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Not a single Republican candidate for president in 2016 agrees with the Supreme Court ruling overturning state laws barring same-sex couples from marriage rights. That much is unsurprising, with the reactions ranging from “That’s terrible, but it’s the law now” to “WHARGARRBL THE END IS NIGH” to the (sort of?) refreshing “Fine, but let’s depoliticize marriage.” But some have gone even further, calling for everything from judicial term limits to defunding the Court. These kind of reactions are absurd, anathema to conservatism, and should disqualify their proponents from serious consideration for their party’s nomination.

An Inartfully Drafted Law, Indeed: Obamacare Upheld

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In the wake of The Supreme Court wrangling language to uphold Obamacare yesterday, many opinions happened. From Chief Justice Roberts being declared a fake conservative who hates the rule of law, to Justice Scalia achieving the title of “Most Metal” SCOTUS judge, people and pundits are still processing what it means that our highest court in the land has ruled to keep a law that — and make no mistake about this — will continue to not work and therefore be an economic and logistical disaster, be very expensive, and be very, very hated. (And, for those kids posting .gifs of Obama as the cool kid for “winning”, please do some research. He’s won nothing. Nor have you.)

Anyway, let me just pile on with an opinion of my own, and it might be slightly in defense of Roberts because I maybe, kinda, can see what he’s doing. But by doing anything, he’s doing what he says he doesn’t want to do. I know. Let me explain…

I agree with that Cato piece up top when it says:

Afraid that ObamaCare as written would throw the sickest patients out of their health plans a second time, the Court rewrote ObamaCare to save it—again. In doing so, the Court has sent a dangerous message to future administrations: If you are going to violate the law, make sure you go big.

The Supreme Court Will Overturn Gay Marriage Bans, But Not Because They Discriminate Against Gays

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After the oral arguments finally took place this week, almost everyone expects the Supreme Court to overturn state bans on same-sex marriage at the end of their session in June. But there may be a surprising reason why they do so that has nothing to do with discrimination against gays and lesbians.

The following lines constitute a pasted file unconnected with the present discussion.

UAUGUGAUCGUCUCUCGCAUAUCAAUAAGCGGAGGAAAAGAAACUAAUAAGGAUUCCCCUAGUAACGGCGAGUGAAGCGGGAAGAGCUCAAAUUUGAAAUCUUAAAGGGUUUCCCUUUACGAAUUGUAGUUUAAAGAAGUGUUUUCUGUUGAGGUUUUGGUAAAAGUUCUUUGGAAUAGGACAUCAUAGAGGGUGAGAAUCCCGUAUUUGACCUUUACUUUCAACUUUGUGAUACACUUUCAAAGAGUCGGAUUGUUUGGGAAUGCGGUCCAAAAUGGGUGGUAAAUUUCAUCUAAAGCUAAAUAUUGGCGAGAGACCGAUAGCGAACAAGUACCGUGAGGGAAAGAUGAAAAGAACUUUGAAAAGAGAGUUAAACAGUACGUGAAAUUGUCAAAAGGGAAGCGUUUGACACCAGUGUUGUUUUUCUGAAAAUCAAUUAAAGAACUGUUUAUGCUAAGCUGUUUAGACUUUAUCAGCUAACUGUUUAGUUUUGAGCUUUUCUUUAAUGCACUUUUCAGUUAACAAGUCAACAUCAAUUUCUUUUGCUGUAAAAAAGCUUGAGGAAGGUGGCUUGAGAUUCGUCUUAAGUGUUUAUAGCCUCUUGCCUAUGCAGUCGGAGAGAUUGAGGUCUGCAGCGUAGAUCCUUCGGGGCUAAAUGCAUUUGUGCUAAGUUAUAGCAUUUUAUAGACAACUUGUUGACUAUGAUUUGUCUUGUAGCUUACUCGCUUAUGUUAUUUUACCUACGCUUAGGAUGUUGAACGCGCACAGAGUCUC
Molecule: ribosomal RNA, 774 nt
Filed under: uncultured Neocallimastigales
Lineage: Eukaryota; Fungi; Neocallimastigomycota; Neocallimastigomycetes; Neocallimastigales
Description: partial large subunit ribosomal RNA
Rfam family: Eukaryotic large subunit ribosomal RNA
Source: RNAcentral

The majority of the oral arguments dealt with the 14th Amendment “equal protection” argument that same-sex couples deserve the same access to the civil (not religious) institution of marriage that “traditional” opposite-sex couples do. It’s a compelling argument that declares the dignity of committed gay and lesbian couples is no less than straight couples. But it’s not what might clinch the majority vote on the court.

Roberts: “I’m not sure it’s necessary to get into sexual orientation to resolve this case. I mean, if Sue loves Joe and Tom loves Joe, Sue can marry him and Tom can’t. And the difference is based upon their different sex. Why isn’t that a straightforward question of sexual discrimination?”

Fifth Amendment Challenge Against USDA’s “Raisin Taking” Makes It To The Supreme Court

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California raisin farmer, Martin Horne, has been battling a Depression era U.S. Department of Agriculture regulation for over a decade. Horne says that the 1937 revision of the Agricultural Marketing Agreement Act amounts to a violation of his Fifth Amendment protections, and is nothing short of government theft.

The Act gave birth to the Raisin Administrative Committee and the National Raisin Reserve ( yes, these are real things), and allowed them to confiscate a portion of raisin crops each year in an effort to stabilize raisin prices. The regulations are (surprise!) convoluted in that they don’t permit taking of crops from growers (producers) of grapes, but from handlers who dry and package raisins.  Horne is both.

In 2001, Horne claimed he was not subject to the USDA’s raisin taking, but they demanded 47% of his crop. When he refused, they slapped him with a $700,000 fine.  Horne has been navigating the court system since.

In 2013, the Supreme Court booted the challenge back to the Ninth Circuit, which ruled that the Fifth Amendment’s “Taking Clause” was not applicable in the case of raisins, and if it were ( ?) handlers were compensated by the controlled pricing on the raisins allowed to be sold by the Raisin Administrative Committee.

Romney Data Scientist: Americans View Marriage, Abortion Differently


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United States Supreme Court Justice Ruth Bader Ginsburg, who may or may not have been separated at birth from Dana Carvey’s “Church Lady” character from Saturday Night Live, may have signaled how she’ll decide Hollingsworth v. Perry (covered here by Travis) when she recently characterized the Court’s ruling in Roe v. Wade as somewhat reactionary and hurried.

Americans would be broadly disappointed, argues former Romney 2012 chief data scientist and Target Point Consulting vice president and research director Alex Lundry, if the Court bases its Hollingsworth ruling on Ginsburg’s feelings about the Roe decision. It’s not that Lundry believes the Court shouldn’t be insulated from popular opinion. But when you set aside the substantive and legal differences between the two cases and the policy issues which they embody respectively, Americans fundamentally view gay marriage and abortion in different ways.

He writes in The Daily Caller, looking at opinion polling and demographic data from a number of sources:

A clear majority of the country favors providing same-sex couples with the ability to marry, while opinion on abortion has remained closely divided for almost 40 years. A March poll by ABC News and the Washington Post found that 58% of Americans support gay and lesbian Americans’ legal right to wed — a record high. That majority will likely grow into a broad-based consensus in the not-too-distant future, as polls reveal that more than four out of five voters under 30 support legalizing same-sex marriage.